February 2011 it turns out, will be a very social month for us, more so than the holiday season. With an outing tonight and tomorrow, I decided to do a solo long run this morning to avoid a weekend long run. For a moment, I considered doing my 14 miler on the treadmill, discouraged by the overcast sky but thought better of it.
Four miles into the run, I took part in an email exchange around a confusion about whether the racing, mentioned a few days ago, was happening today. I suppose having a BlackBerry is a bit of consolation, a kind of companion when you are slogging it out in the winter with no company. There are those days when it takes a lot of positive self-talk to get out there and train so if the promise of being able to check email every few miles makes it a bit easier, so be it.
I enjoyed the section in Murakami’s What I Talk About When I Talk About Running where he describes his interview with Toshiko Seko one of Japan’s great marathon runners. Murakami asks Seko if there are days when he doesn’t feel like running. Seko looked at him with a you-must-be-joking expression and answers that of course, there are those days, every day in fact! If one considers the difficulty of his training routine, it makes perfect sense. As we say in the business, the man is a “machine”.
In truth, for those who run every day, however humble our goals, we rely on all manner of mental gymnastics to get out the door. Discipline is a lot about becoming highly adept at finding the many reasons, why, why, why when so much of the mind and body says, no, no, no. Anyhow, today was such a day but as usual I reminded myself of how great I feel after a long run and how much I like the results of being highly fit and running fast times. Additionally, I remind myself of how much I dislike the results of less activity. When I started running, I was very motivated by the benefit of stress release and used to visualize that I was leaving stress behind like a trail of soot on the road.
My route in a nutshell was west to High Park with a short loop there, then back east through the CNE grounds, past Ontario Place and over to Harbourfront, with a northwest beeline for home.
There was a very pretty pink hue hovering on the horizon which made for a pleasant sight while running past Ontario Place. East of there is the Tip Top Tailor building. I’ve run by the Tip Top Tailor building, now converted into lofts for decades, and often wondered about the interior. Today I’ll get the inside story, as that is where we are headed this evening.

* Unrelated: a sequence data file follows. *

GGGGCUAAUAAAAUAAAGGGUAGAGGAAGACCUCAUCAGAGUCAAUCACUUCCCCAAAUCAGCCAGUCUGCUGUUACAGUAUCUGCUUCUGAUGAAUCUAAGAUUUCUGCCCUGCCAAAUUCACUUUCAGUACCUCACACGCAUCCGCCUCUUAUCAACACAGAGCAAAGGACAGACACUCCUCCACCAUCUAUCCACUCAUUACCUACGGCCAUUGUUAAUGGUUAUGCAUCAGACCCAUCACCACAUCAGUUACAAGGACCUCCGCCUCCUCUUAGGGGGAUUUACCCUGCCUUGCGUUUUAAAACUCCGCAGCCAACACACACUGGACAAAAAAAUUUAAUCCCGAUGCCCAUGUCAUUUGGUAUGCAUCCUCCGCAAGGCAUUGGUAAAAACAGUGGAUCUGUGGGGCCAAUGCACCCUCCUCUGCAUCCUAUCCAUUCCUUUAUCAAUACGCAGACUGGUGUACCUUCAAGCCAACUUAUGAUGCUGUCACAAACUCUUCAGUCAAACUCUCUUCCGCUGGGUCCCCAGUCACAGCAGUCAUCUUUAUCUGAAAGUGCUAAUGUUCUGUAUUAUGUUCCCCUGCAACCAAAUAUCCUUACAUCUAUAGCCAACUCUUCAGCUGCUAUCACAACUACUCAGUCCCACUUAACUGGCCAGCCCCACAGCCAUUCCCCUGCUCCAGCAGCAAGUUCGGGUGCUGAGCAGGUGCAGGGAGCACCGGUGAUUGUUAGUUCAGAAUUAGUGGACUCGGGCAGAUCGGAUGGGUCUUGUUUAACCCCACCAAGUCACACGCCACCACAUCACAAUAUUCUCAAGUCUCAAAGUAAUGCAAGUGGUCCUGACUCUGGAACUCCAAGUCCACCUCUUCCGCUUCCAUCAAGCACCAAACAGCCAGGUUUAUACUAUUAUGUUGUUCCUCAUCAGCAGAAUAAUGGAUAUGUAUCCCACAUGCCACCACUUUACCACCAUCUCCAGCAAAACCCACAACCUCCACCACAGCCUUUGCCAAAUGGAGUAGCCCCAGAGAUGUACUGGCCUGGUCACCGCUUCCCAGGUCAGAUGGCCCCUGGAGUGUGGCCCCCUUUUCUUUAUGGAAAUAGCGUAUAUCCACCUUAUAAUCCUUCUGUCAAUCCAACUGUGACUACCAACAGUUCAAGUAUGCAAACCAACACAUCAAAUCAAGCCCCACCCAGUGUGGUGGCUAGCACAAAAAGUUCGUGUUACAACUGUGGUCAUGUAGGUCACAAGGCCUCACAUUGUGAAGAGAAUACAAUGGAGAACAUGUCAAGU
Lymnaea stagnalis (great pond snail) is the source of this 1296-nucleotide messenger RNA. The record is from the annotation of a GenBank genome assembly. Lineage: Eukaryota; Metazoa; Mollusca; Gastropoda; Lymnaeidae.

I made a pit stop at Harbourfront Center and took a moment to enjoy a photography exhibit. A photo by Jesse Boles which is part of an exhibit called Piles caught my eye. The aesthetic is similar to art that I enjoyed in my younger days. And then I hit the road again, face to face with a very strong west wind. This is the first year that I’ve had a vented face protector and it is a big improvement over the muffler style face warmers which can get iced up in super-cold temperatures.
My final stop was the dry cleaners, from there jogging the final stretch home, cleaning in hand. Finishing felt so good that I cheered out loud for myself!
As with the camping experience, food tastes better after a long run, so I eagerly dove right into breakfast by making my quickie version of Carrot Cake Oatmeal. If you haven’t tried it yet, you really must. It is super-fine stuff.
Recipe: In large microwavable bowl combine 1 cup grated carrots, 1 cup milk, 1/2 cup oats (not quick cooking oats), 1/4 teaspoon vanilla, a dash of cinnamon, raisins (optional), dried cranberries (optional) and cook on high for 5 minutes. Stir. Add chopped pecans, maple syrup and milk or cream. Make sure the bowl you cook the oatmeal in is at least twice the volume of the ingredients as it will boil and bubble vigorously.
There was some leftover whipping cream in the fridge so I indulged, and used that instead of milk. This is my third post about Carrot Cake Oatmeal, and I urge you to give it a try. It’s a real winner and will add excitement to your breakfast table this winter. And how virtuous one feels starting the day with a cup of grated carrot in your cereal, especially after a hardy workout!
“Your net worth to the world is usually determined by what remains after your bad habits are subtracted from your good ones.” Benjamin Franklin